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The knowledge of (relative) distances or angles in the scene can be used to obtain information about the metric structure. One of the easiest means to calibrate the scene at a metric level is the knowledge of the relative position of 5 or more points in general position. Assume the points are the metric coordinates of the projectively reconstructed points , then the transformation which upgrades the reconstruction from projective to metric can be obtained from the following equations

(F1) 
which can be rewritten as linear equations by eliminating .
Boufama et al. [9] investigated how some Euclidean constraints could be imposed on an uncalibrated reconstruction. The constraints they dealt with are known 3D points, points on a ground plane, vertical alignment and known distances between points.
Bondyfalat and Bougnoux [8] recently proposed a method in which the constraints are first processed by a geometric reasoning system so that a minimal representation of the scene is obtained. These constraints can be incidence, parallelism and orthogonality. This minimal representation is then fed to a constrained bundle adjustment.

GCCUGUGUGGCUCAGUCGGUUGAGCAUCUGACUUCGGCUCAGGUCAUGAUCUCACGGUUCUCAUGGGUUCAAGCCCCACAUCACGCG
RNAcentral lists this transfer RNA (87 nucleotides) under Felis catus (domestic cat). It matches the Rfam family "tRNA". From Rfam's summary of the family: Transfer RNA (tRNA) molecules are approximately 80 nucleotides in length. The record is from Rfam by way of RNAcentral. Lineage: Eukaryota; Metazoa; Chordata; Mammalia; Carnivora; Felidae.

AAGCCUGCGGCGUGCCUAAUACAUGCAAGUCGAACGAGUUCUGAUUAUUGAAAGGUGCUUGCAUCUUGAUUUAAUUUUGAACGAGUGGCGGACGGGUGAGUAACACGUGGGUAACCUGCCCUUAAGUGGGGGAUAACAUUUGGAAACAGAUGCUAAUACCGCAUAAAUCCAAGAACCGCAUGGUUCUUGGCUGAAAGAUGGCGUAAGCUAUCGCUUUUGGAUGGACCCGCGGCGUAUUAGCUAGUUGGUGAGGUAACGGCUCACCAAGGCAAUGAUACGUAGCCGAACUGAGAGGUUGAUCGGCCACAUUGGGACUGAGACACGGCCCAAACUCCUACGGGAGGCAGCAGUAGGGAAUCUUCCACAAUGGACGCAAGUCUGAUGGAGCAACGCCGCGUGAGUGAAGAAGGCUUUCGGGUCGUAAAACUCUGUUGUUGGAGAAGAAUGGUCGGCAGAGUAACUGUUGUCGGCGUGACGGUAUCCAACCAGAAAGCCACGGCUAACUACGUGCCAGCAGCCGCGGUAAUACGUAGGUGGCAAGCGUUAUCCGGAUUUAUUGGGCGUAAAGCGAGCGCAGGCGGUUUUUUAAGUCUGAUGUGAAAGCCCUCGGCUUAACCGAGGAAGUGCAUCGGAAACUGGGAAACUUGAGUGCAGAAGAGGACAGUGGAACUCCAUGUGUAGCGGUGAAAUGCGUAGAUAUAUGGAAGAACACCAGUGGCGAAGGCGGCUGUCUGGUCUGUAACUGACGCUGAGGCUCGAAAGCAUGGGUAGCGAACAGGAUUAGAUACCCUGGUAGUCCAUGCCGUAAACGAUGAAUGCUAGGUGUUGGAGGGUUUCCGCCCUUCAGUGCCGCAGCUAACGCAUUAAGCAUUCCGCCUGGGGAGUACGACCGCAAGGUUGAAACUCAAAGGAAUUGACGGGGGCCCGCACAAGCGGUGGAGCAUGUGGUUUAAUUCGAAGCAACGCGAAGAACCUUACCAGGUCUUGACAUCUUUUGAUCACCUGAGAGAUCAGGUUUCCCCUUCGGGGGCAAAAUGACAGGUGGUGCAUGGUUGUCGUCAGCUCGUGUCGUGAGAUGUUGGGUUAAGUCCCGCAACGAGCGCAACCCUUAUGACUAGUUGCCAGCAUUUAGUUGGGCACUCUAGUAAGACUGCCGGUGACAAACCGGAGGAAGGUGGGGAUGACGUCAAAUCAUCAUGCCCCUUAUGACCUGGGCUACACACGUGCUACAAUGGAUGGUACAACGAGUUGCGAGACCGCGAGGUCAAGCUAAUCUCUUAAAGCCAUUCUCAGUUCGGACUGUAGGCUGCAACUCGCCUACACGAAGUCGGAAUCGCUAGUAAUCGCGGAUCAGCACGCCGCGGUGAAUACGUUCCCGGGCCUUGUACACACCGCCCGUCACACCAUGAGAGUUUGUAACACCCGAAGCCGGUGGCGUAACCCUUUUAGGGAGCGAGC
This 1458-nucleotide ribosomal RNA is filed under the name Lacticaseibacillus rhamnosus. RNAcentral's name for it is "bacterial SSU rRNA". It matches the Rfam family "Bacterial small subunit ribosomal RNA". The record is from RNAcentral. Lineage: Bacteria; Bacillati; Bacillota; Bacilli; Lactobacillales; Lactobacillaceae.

The traditional approach taken by photogrammetrists [11,41,137,42] consists of immediately imposing the position of known control points during reconstruction. These methods use bundle adjustment [12] which is a global minimization of the reprojection error. This can be expressed through the following criterion:

(F2) 
where is the set of indices corresponding to the points seen in view and
describes the projection of a point with camera taking all distortions into account. Note that is known for control points and unknown for other points. It is clear that this approach results in a huge minimization problem and that, even if the special structure of the Jacobian is taken into account (in a similar way as was explained in Section A.2, it is computationally very expensive.
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Marc Pollefeys
20021122